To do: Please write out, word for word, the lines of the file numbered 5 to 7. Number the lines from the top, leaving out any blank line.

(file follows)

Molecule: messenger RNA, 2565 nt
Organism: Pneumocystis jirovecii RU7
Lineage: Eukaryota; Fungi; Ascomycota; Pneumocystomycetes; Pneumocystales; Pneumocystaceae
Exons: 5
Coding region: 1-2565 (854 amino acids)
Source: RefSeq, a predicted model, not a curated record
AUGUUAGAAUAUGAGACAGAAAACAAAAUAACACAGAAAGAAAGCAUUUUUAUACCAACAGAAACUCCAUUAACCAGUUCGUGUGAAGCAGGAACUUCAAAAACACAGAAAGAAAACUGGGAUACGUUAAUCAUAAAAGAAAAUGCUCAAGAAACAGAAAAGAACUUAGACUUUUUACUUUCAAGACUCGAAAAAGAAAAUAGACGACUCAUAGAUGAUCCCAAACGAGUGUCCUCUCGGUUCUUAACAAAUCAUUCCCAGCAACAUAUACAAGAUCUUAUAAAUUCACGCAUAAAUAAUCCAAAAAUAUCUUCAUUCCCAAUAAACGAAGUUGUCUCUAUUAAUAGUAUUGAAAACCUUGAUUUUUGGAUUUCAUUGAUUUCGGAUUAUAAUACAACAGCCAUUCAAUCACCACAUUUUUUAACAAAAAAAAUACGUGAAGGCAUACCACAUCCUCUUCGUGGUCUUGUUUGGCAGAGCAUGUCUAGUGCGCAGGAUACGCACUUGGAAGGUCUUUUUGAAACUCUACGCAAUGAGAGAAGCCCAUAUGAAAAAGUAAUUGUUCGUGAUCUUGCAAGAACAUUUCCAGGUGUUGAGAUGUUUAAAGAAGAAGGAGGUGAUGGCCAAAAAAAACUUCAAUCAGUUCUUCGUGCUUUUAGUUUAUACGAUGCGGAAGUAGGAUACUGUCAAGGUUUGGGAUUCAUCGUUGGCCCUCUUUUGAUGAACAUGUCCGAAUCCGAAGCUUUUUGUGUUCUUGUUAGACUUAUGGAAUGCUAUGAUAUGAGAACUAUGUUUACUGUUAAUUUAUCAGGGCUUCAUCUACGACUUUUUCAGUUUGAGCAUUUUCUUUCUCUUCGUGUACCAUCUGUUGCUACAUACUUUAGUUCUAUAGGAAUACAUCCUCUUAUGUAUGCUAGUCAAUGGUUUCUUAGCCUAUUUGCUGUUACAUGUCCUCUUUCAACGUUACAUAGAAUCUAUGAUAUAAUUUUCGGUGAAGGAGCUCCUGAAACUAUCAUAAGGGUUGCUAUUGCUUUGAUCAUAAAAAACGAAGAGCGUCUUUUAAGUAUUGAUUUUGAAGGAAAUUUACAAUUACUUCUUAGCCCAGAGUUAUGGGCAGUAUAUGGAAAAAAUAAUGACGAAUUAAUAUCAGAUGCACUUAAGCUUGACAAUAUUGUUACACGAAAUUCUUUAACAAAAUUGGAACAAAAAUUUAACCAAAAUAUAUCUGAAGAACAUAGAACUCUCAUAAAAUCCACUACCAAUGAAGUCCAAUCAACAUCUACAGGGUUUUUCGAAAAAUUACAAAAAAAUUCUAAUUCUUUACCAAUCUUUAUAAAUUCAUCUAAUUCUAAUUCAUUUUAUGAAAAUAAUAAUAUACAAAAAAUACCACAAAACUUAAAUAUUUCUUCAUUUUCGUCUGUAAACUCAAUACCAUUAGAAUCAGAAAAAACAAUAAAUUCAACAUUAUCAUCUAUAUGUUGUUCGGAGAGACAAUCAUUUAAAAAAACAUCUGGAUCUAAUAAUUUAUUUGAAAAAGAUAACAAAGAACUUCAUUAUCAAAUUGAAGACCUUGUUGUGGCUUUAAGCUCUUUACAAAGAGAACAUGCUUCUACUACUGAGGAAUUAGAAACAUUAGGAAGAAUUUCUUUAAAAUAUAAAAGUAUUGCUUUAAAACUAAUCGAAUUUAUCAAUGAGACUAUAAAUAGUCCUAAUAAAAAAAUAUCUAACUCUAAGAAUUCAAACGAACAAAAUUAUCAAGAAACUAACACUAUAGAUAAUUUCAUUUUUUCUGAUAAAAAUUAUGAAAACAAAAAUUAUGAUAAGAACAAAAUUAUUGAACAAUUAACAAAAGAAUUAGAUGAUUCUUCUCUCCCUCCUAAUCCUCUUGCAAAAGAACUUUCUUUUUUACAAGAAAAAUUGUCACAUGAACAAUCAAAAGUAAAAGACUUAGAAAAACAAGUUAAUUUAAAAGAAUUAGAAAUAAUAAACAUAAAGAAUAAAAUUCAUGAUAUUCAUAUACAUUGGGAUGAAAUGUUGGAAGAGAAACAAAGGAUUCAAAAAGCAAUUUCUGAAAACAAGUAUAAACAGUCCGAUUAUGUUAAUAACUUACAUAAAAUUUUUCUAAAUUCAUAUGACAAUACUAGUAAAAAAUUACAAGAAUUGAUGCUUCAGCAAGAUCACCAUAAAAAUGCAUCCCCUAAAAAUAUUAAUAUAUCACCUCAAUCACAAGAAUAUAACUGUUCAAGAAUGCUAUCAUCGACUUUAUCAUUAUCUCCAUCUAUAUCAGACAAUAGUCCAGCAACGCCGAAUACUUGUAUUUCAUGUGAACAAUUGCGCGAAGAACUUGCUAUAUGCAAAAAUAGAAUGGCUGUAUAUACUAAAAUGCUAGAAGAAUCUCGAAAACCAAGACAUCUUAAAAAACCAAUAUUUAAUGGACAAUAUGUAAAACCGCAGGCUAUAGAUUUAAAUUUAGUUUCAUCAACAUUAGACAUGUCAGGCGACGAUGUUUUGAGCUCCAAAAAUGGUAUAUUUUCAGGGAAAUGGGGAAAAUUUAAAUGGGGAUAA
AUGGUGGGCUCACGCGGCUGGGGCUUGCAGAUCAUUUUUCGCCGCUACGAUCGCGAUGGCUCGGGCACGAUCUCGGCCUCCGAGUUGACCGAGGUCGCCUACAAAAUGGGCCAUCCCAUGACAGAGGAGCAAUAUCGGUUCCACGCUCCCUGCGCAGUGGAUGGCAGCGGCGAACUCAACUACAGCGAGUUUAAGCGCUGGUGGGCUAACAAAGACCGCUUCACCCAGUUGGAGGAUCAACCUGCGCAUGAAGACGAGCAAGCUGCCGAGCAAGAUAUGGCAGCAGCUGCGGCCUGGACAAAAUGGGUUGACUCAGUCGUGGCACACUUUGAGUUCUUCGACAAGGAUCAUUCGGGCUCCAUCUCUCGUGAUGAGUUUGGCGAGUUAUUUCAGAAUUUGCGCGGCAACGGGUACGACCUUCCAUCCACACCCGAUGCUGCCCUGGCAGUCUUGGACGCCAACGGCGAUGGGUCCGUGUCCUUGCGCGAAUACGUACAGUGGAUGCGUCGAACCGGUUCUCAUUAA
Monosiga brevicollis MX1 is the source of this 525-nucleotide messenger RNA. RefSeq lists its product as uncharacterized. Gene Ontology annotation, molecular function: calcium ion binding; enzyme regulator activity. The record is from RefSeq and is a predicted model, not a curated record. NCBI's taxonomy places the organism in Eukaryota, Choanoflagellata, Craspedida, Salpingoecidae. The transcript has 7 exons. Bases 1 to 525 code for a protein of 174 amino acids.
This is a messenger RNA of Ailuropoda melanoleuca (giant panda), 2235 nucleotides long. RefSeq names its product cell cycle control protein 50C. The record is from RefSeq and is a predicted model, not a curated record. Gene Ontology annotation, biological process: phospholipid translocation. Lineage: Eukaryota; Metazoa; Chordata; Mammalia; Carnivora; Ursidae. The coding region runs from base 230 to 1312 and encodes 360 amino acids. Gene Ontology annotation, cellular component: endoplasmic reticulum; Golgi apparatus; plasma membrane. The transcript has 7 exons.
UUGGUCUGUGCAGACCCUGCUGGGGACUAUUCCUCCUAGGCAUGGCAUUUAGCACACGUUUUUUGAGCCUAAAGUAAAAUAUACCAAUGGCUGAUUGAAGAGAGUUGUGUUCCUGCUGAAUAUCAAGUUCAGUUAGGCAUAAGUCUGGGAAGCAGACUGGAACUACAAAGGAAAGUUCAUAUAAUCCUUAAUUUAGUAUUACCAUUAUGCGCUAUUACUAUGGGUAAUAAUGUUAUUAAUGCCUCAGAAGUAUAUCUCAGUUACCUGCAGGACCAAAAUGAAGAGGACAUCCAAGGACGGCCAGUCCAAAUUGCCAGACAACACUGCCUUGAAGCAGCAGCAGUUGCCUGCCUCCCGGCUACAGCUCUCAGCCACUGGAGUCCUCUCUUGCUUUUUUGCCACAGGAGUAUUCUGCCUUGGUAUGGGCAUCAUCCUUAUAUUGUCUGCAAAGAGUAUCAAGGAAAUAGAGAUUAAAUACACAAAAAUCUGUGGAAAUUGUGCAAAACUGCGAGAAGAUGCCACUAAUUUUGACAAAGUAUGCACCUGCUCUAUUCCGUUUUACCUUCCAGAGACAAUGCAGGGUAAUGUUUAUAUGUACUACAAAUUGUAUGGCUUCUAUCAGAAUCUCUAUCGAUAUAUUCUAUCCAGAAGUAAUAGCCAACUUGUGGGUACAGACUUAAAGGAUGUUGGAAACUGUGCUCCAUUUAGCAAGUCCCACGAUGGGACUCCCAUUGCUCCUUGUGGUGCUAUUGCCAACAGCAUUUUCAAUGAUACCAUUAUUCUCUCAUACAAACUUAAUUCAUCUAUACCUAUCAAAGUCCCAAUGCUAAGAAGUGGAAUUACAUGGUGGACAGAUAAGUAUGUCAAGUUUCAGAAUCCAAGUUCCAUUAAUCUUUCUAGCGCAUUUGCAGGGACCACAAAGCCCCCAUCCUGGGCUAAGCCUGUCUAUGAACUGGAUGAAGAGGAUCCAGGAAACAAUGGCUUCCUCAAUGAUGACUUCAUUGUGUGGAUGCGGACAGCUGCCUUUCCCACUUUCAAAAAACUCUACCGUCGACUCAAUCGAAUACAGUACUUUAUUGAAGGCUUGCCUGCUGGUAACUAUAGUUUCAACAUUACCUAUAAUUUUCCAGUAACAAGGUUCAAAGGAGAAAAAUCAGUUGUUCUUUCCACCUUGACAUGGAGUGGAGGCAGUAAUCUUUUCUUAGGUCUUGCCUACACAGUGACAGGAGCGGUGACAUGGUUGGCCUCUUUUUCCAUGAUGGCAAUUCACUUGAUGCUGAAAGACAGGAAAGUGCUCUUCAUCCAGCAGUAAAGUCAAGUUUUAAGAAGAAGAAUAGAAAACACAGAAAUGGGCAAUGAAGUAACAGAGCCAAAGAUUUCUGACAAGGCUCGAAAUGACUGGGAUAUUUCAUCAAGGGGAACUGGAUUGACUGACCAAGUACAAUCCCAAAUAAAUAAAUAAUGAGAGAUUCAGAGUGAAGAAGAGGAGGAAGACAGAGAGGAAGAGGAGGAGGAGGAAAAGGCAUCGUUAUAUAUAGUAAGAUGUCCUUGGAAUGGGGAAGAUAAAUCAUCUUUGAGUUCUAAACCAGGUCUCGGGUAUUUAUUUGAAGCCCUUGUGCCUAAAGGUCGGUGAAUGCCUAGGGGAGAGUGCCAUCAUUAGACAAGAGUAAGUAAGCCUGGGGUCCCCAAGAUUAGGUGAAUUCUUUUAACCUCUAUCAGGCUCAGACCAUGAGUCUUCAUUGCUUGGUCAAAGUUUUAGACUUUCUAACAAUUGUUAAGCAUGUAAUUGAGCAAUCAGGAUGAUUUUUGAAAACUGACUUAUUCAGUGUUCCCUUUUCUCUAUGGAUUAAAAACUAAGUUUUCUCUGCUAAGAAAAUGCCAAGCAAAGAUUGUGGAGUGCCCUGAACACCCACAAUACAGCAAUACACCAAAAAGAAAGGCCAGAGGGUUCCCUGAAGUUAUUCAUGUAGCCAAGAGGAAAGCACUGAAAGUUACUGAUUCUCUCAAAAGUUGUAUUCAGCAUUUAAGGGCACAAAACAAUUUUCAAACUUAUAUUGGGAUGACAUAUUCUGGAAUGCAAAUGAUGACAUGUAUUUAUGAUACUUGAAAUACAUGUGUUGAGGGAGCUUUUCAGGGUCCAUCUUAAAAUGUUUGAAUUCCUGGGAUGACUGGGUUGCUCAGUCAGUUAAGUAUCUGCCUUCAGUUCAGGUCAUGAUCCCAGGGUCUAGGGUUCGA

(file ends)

Coding region: 1-2565 (854 amino acids)
Source: RefSeq, a predicted model, not a curated record
AUGUUAGAAUAUGAGACAGAAAACAAAAUAACACAGAAAGAAAGCAUUUUUAUACCAACAGAAACUCCAUUAACCAGUUCGUGUGAAGCAGGAACUUCAAAAACACAGAAAGAAAACUGGGAUACGUUAAUCAUAAAAGAAAAUGCUCAAGAAACAGAAAAGAACUUAGACUUUUUACUUUCAAGACUCGAAAAAGAAAAUAGACGACUCAUAGAUGAUCCCAAACGAGUGUCCUCUCGGUUCUUAACAAAUCAUUCCCAGCAACAUAUACAAGAUCUUAUAAAUUCACGCAUAAAUAAUCCAAAAAUAUCUUCAUUCCCAAUAAACGAAGUUGUCUCUAUUAAUAGUAUUGAAAACCUUGAUUUUUGGAUUUCAUUGAUUUCGGAUUAUAAUACAACAGCCAUUCAAUCACCACAUUUUUUAACAAAAAAAAUACGUGAAGGCAUACCACAUCCUCUUCGUGGUCUUGUUUGGCAGAGCAUGUCUAGUGCGCAGGAUACGCACUUGGAAGGUCUUUUUGAAACUCUACGCAAUGAGAGAAGCCCAUAUGAAAAAGUAAUUGUUCGUGAUCUUGCAAGAACAUUUCCAGGUGUUGAGAUGUUUAAAGAAGAAGGAGGUGAUGGCCAAAAAAAACUUCAAUCAGUUCUUCGUGCUUUUAGUUUAUACGAUGCGGAAGUAGGAUACUGUCAAGGUUUGGGAUUCAUCGUUGGCCCUCUUUUGAUGAACAUGUCCGAAUCCGAAGCUUUUUGUGUUCUUGUUAGACUUAUGGAAUGCUAUGAUAUGAGAACUAUGUUUACUGUUAAUUUAUCAGGGCUUCAUCUACGACUUUUUCAGUUUGAGCAUUUUCUUUCUCUUCGUGUACCAUCUGUUGCUACAUACUUUAGUUCUAUAGGAAUACAUCCUCUUAUGUAUGCUAGUCAAUGGUUUCUUAGCCUAUUUGCUGUUACAUGUCCUCUUUCAACGUUACAUAGAAUCUAUGAUAUAAUUUUCGGUGAAGGAGCUCCUGAAACUAUCAUAAGGGUUGCUAUUGCUUUGAUCAUAAAAAACGAAGAGCGUCUUUUAAGUAUUGAUUUUGAAGGAAAUUUACAAUUACUUCUUAGCCCAGAGUUAUGGGCAGUAUAUGGAAAAAAUAAUGACGAAUUAAUAUCAGAUGCACUUAAGCUUGACAAUAUUGUUACACGAAAUUCUUUAACAAAAUUGGAACAAAAAUUUAACCAAAAUAUAUCUGAAGAACAUAGAACUCUCAUAAAAUCCACUACCAAUGAAGUCCAAUCAACAUCUACAGGGUUUUUCGAAAAAUUACAAAAAAAUUCUAAUUCUUUACCAAUCUUUAUAAAUUCAUCUAAUUCUAAUUCAUUUUAUGAAAAUAAUAAUAUACAAAAAAUACCACAAAACUUAAAUAUUUCUUCAUUUUCGUCUGUAAACUCAAUACCAUUAGAAUCAGAAAAAACAAUAAAUUCAACAUUAUCAUCUAUAUGUUGUUCGGAGAGACAAUCAUUUAAAAAAACAUCUGGAUCUAAUAAUUUAUUUGAAAAAGAUAACAAAGAACUUCAUUAUCAAAUUGAAGACCUUGUUGUGGCUUUAAGCUCUUUACAAAGAGAACAUGCUUCUACUACUGAGGAAUUAGAAACAUUAGGAAGAAUUUCUUUAAAAUAUAAAAGUAUUGCUUUAAAACUAAUCGAAUUUAUCAAUGAGACUAUAAAUAGUCCUAAUAAAAAAAUAUCUAACUCUAAGAAUUCAAACGAACAAAAUUAUCAAGAAACUAACACUAUAGAUAAUUUCAUUUUUUCUGAUAAAAAUUAUGAAAACAAAAAUUAUGAUAAGAACAAAAUUAUUGAACAAUUAACAAAAGAAUUAGAUGAUUCUUCUCUCCCUCCUAAUCCUCUUGCAAAAGAACUUUCUUUUUUACAAGAAAAAUUGUCACAUGAACAAUCAAAAGUAAAAGACUUAGAAAAACAAGUUAAUUUAAAAGAAUUAGAAAUAAUAAACAUAAAGAAUAAAAUUCAUGAUAUUCAUAUACAUUGGGAUGAAAUGUUGGAAGAGAAACAAAGGAUUCAAAAAGCAAUUUCUGAAAACAAGUAUAAACAGUCCGAUUAUGUUAAUAACUUACAUAAAAUUUUUCUAAAUUCAUAUGACAAUACUAGUAAAAAAUUACAAGAAUUGAUGCUUCAGCAAGAUCACCAUAAAAAUGCAUCCCCUAAAAAUAUUAAUAUAUCACCUCAAUCACAAGAAUAUAACUGUUCAAGAAUGCUAUCAUCGACUUUAUCAUUAUCUCCAUCUAUAUCAGACAAUAGUCCAGCAACGCCGAAUACUUGUAUUUCAUGUGAACAAUUGCGCGAAGAACUUGCUAUAUGCAAAAAUAGAAUGGCUGUAUAUACUAAAAUGCUAGAAGAAUCUCGAAAACCAAGACAUCUUAAAAAACCAAUAUUUAAUGGACAAUAUGUAAAACCGCAGGCUAUAGAUUUAAAUUUAGUUUCAUCAACAUUAGACAUGUCAGGCGACGAUGUUUUGAGCUCCAAAAAUGGUAUAUUUUCAGGGAAAUGGGGAAAAUUUAAAUGGGGAUAA